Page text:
...until then I had been a sworn lifelong member of the long stem/flat bar club; strangely, as mentioned in the OP, different bikes with a similar setup have a very different 'feel?'

My rigid cro-mega has a 160mm/0 degree stem with a Brahma Bar; my rigid blue 'Wot' has a 120mm/10 degree Ritchey stem with a flat Ritchey bar (and now blue ano. Xlite bar ends) whilst the red 'Wot' has a 120mm/10 degree Bontrager stem with a Mary Bar; the hardtail Explosif has an adjustable 120mm stem (set to 0 degrees) with a Brahma Bar.

What has really surprised me is the fact that the rigid blue 'Wot' is the most comfortable of the lot, whilst the Explosif causes pins and needles in my hands and fingers; go figure?? :|

As for risers being PC (Period Correct in this case :lol: ) I think 'risers' have been around for a lot longer that flats...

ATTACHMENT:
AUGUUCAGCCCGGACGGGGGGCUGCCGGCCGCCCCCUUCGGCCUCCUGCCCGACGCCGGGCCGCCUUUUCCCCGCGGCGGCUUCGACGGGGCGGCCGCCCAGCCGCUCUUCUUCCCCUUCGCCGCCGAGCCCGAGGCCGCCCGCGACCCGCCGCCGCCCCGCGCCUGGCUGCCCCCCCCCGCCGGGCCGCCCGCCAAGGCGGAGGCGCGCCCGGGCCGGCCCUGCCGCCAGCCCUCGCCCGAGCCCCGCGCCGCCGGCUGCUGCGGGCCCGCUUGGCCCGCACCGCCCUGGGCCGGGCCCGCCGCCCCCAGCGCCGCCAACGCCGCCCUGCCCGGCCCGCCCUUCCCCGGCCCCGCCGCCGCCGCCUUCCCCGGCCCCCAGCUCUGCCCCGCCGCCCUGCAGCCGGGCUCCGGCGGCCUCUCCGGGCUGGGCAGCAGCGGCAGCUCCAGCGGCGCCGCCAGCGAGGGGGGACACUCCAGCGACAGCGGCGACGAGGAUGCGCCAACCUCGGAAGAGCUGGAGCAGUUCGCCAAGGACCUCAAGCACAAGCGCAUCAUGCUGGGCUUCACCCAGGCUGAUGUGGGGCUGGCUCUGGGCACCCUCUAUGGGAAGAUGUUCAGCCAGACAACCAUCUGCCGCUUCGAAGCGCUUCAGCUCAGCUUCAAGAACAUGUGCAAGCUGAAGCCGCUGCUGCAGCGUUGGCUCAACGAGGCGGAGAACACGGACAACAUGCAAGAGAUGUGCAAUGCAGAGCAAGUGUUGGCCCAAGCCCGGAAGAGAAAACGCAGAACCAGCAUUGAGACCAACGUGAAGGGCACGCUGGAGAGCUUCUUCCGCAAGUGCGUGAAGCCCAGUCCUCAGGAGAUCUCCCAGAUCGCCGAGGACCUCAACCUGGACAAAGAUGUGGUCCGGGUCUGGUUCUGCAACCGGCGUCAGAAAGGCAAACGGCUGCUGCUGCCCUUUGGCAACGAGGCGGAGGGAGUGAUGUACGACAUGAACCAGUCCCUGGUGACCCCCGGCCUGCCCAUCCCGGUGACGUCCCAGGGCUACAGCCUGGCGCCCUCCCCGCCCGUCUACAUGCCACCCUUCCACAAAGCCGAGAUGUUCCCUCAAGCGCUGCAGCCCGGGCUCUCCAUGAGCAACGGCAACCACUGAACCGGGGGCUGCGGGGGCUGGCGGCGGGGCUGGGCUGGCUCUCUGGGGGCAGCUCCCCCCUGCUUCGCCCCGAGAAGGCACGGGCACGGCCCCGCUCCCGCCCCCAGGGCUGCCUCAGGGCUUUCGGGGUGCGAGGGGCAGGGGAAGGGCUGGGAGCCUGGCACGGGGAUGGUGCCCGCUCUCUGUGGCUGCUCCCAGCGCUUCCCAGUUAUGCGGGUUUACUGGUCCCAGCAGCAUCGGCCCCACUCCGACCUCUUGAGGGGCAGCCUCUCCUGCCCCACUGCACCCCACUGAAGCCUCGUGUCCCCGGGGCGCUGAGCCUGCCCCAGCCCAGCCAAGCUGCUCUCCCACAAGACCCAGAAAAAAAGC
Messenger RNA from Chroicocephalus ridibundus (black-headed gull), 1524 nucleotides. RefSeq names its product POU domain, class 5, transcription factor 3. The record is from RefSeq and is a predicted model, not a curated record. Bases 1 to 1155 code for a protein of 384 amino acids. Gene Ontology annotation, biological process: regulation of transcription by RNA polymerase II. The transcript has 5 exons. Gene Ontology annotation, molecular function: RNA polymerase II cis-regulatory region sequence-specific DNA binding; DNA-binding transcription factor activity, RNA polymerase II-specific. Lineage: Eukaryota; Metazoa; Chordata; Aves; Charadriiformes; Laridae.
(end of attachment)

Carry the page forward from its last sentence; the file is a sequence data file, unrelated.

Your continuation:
...if the stem/bar/fork combo' is okay then even the aesthetics are perfectly acceptable 8)


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PostPosted: Thu Sep 19, 2013 12:55 pm 
The Guv'nor
The Guv'nor
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Joined: Sun Jul 03, 2005 11:19 pm
Posts: 23175
Location: Retrobike HQ
Jon, Jon, Jon. Might I refer you to the wise words of a certain Ms Houston > http://www.youtube.com/watch?v=6J538b-OLRU


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PostPosted: Thu Sep 19, 2013 1:07 pm 
retrobike rider / Gold Trader
retrobike rider / Gold Trader
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Joined: Mon Jun 07, 2010 4:00 pm
Posts: 959
Location: Hunting down the "foxes" of lincolnshire
My compromise is a cast alloy stem (80-100 with some rise) with swept flat bars - in fact this mimics my first bike bitd (-'87) so it may in part just be familiarity. The sweep puts your wrists in a "riser" bar position and the stem makes you a little more upright.

I'd say that this position is naturally balanced as I don't carry any weight on my hands at all - which seems to be the common thread in all bike fitting.